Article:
Figure 1 Schematic of CT scanner main components (a) in x–y plane and (b) in z‑axis direction.

In some patient populations, it is difficult to get good‑quality CTCA images unless the CT scanners have particular technical specifications. The following common conditions can make CTCA difficult:

  • A high heart rate that cannot be lowered with drugs. The movement associated with a high heart rate creates blurring in the scan (motion artefact).

  • An irregular heart beat (arrhythmia), which causes artefacts (distortions unrelated to the subject being scanned) in the resulting image. More than 2 million people a year experience arrhythmias (NHS Choices 2015).

  • Excessive coronary calcium. Calcified plaques appear proportionally larger on the CT scan than they actually are, and can obscure the lumen of the blood vessel (blooming artefact). According to NICE diagnostics guidance on new generation cardiac CT scanners a calcium score above 400 suggests imaging using earlier generation CT scanners would be difficult.

  • Obesity. CT images of patients with obesity may be poor quality because of increased image noise, making it difficult to distinguish different structures (due to poorer contrast resolution). According to the Health Survey for England, 67% of men and 57% of women were overweight (with a BMI between 25 kg/m2 and 30 kg/m2) or obese (with a BMI over 30 kg/m2; Health & Social Care Information Centre 2012). A higher BMI increases the risk of CAD, so a significant proportion of people who could benefit from cardiac CT imaging may be overweight or obese.

  • Cardiac stents. Stents can cause image artefacts (blooming; Mahnken 2015) and therefore may not be well defined in CT images. Over 71,500 percutaneous coronary intervention procedures, in which stents are commonly inserted to widen coronary arteries, were carried out in the UK in 2014 (Health & Social Care Information Centre 2015).

  • Previous coronary artery bypass grafts. These surgical procedures are carried out in people with severe CAD who will have narrowed and calcified coronary arteries, which are difficult to image. Over 16,000 coronary artery bypass grafts were conducted in the UK in 2012 (Townsend et al. 2014).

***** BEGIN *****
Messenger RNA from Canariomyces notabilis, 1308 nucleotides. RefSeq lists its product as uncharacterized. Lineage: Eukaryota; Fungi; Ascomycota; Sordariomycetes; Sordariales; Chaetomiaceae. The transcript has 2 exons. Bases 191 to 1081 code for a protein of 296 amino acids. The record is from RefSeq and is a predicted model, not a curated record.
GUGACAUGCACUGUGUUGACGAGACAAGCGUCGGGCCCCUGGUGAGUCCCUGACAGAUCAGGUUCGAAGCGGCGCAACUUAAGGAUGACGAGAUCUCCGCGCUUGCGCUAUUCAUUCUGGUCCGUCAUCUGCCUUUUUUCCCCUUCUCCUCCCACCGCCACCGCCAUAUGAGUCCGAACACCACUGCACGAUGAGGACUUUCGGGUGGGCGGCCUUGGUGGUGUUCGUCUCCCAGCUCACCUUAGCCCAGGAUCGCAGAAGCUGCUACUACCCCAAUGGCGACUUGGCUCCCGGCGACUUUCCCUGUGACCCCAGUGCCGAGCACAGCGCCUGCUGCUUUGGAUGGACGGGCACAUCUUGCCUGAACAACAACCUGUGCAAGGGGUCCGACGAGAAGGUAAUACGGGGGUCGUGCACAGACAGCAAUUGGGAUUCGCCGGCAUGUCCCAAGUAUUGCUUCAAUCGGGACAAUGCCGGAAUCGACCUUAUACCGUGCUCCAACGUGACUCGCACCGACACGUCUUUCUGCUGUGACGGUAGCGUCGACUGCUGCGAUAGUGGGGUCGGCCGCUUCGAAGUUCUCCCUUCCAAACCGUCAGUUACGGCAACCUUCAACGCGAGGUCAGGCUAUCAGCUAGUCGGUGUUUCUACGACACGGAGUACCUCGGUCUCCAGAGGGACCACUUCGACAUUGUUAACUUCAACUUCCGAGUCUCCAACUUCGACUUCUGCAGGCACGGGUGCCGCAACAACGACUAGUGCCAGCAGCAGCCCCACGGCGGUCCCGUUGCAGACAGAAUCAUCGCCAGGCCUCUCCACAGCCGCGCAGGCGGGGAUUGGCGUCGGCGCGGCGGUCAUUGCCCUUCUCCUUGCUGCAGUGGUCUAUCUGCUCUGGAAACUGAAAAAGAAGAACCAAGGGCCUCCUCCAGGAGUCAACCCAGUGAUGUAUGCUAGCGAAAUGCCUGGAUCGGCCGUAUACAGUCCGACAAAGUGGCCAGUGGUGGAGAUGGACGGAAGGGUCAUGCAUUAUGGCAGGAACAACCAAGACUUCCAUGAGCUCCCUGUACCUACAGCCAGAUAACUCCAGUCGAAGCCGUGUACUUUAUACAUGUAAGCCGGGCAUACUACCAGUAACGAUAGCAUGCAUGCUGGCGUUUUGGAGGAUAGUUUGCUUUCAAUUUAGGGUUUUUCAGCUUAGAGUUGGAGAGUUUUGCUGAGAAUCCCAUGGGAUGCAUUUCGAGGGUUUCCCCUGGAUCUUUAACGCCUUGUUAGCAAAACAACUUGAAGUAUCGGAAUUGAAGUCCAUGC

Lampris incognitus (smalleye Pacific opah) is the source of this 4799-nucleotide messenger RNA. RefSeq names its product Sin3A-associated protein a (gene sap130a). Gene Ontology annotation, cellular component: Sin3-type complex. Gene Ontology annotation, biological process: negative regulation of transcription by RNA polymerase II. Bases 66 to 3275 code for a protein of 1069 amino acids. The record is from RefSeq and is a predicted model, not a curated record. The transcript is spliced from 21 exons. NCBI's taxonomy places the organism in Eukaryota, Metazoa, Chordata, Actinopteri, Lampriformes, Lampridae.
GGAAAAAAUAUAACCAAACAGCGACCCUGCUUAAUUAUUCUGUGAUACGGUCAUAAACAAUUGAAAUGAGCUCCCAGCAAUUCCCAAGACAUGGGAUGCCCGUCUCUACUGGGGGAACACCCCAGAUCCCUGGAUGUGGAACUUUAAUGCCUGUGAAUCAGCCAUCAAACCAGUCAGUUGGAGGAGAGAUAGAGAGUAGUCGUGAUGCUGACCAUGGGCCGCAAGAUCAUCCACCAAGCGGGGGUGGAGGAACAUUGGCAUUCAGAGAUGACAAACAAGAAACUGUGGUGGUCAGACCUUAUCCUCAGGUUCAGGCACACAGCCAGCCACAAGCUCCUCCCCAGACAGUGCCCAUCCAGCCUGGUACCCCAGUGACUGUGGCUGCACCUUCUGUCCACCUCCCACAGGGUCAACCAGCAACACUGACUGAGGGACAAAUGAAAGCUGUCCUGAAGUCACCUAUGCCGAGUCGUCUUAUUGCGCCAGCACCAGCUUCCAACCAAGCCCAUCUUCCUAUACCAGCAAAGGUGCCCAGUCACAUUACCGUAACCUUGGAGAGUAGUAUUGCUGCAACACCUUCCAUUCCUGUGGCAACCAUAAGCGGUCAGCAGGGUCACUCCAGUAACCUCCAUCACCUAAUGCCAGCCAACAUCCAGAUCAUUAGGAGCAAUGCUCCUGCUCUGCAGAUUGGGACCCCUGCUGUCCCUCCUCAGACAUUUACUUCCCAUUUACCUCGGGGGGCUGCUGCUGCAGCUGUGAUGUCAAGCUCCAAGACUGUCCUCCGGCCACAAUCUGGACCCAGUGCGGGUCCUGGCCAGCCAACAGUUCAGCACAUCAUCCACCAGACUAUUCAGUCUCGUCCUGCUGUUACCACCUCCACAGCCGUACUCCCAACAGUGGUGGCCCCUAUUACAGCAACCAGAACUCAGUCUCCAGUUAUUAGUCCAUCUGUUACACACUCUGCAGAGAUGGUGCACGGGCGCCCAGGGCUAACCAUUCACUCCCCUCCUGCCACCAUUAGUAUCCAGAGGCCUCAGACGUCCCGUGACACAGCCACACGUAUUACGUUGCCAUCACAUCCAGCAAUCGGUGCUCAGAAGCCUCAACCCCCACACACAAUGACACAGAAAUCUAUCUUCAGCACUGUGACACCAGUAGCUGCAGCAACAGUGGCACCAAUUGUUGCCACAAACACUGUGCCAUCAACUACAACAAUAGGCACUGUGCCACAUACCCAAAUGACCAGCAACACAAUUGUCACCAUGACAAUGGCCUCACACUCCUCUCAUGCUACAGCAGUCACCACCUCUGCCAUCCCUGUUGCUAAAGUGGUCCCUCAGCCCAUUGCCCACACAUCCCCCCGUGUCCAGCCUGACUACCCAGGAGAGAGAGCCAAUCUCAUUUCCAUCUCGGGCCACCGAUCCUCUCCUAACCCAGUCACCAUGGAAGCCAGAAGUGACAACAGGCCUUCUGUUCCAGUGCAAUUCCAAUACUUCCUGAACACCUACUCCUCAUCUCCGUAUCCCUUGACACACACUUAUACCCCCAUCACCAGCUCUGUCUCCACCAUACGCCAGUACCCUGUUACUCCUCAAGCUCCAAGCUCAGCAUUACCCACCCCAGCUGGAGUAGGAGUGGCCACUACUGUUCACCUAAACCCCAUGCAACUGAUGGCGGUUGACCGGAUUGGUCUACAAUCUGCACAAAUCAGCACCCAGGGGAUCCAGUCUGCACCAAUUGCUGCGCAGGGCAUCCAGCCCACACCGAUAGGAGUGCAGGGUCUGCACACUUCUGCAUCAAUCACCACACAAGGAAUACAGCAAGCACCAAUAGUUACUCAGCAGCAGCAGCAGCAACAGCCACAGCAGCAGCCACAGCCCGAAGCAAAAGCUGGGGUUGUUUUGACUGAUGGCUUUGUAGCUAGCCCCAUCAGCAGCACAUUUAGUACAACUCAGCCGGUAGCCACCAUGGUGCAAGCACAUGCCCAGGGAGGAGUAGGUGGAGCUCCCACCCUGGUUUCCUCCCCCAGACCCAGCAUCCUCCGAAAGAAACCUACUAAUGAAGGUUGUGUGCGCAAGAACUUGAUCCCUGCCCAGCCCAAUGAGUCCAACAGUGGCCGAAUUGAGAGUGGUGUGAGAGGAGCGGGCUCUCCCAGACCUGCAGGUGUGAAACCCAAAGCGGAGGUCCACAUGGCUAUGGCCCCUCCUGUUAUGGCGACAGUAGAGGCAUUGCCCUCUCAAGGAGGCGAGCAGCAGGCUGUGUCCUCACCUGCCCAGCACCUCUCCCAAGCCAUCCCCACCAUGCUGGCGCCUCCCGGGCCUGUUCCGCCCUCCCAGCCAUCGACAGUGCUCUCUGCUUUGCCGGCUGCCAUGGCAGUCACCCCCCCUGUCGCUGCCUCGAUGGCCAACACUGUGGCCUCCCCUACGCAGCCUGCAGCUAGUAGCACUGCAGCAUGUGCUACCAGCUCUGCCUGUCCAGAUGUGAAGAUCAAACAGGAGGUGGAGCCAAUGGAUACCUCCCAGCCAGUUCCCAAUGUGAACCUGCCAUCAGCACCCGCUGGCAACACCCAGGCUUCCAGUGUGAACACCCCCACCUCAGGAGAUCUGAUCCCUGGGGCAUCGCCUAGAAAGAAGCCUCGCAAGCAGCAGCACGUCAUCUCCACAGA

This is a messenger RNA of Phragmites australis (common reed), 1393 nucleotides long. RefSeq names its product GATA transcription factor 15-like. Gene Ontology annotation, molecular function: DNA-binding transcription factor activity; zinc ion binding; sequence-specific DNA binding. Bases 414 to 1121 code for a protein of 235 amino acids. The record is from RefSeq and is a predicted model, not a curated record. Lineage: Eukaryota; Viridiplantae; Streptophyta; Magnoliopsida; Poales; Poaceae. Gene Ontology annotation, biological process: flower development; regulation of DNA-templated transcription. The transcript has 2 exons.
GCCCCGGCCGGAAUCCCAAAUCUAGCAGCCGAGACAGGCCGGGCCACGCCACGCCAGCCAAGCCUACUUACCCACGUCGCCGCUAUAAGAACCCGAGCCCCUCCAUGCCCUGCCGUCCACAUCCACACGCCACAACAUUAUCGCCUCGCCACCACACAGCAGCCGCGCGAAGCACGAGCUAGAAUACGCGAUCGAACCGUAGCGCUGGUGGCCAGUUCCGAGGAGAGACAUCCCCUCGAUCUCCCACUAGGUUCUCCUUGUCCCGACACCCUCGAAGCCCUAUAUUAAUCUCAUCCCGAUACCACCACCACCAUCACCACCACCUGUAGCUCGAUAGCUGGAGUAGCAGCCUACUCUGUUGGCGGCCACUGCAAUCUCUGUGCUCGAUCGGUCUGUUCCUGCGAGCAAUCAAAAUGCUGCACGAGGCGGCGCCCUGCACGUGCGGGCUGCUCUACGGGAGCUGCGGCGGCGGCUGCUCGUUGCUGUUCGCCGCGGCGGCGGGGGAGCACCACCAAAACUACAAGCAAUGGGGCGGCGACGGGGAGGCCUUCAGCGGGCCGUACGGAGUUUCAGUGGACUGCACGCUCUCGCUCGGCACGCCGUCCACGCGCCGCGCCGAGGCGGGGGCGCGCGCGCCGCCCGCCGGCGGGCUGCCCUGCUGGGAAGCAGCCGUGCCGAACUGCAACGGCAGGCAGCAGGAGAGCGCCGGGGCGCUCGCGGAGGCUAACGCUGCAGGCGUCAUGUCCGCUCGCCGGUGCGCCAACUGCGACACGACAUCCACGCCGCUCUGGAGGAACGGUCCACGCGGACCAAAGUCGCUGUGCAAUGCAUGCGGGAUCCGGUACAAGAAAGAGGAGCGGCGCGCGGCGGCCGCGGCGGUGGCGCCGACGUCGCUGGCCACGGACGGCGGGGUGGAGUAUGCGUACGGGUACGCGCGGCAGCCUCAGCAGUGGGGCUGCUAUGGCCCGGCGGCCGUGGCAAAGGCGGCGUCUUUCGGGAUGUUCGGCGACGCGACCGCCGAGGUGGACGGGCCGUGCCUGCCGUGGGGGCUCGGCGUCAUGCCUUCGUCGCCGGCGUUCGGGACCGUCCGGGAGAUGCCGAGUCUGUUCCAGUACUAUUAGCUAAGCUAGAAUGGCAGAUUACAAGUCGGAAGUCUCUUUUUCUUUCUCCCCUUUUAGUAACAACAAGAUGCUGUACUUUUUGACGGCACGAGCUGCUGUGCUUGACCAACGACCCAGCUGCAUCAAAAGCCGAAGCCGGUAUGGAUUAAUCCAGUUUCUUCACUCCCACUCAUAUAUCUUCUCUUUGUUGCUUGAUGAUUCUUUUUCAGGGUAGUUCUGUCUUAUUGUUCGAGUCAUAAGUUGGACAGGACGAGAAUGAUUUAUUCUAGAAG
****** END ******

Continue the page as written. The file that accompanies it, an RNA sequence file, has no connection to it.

The NICE clinical guideline on the assessment and diagnosis of chest pain of recent onset recommends using 64‑slice (or above) CT scanners, which are the most commonly used scanners in the NHS (Clinical Imaging Board 2015). NICE diagnostics guidance on new generation cardiac CT scanners recommends 4 specific scanners (Aquilion ONE, Brilliance iCT, Discovery CT750 HD and Somatom Definition Flash), all of which have technical enhancements that can improve CTCA image acquisition in people with suspected or known coronary artery disease in whom imaging is difficult with earlier generation CT scanners.

The following technical performance parameters are helpful when performing CTCA where imaging is difficult (also see figure 2):

  • X‑ray output: a measure of the intensity of the X‑ray beam produced by a scanner. This must be at a level which is sufficient to provide images that distinguish between different tissues. It can be expressed as CT dose index weighted (CTDIw).

    • Higher CTDIw values will result in lower image noise and improved contrast resolution.

    • Maintaining image quality with increased X‑ray intensity can be difficult when scanning people with obesity.

  • Volume coverage: the length of anatomy in the z‑axis (that is, head to toe) that can be scanned in 1 axial rotation of the scanner.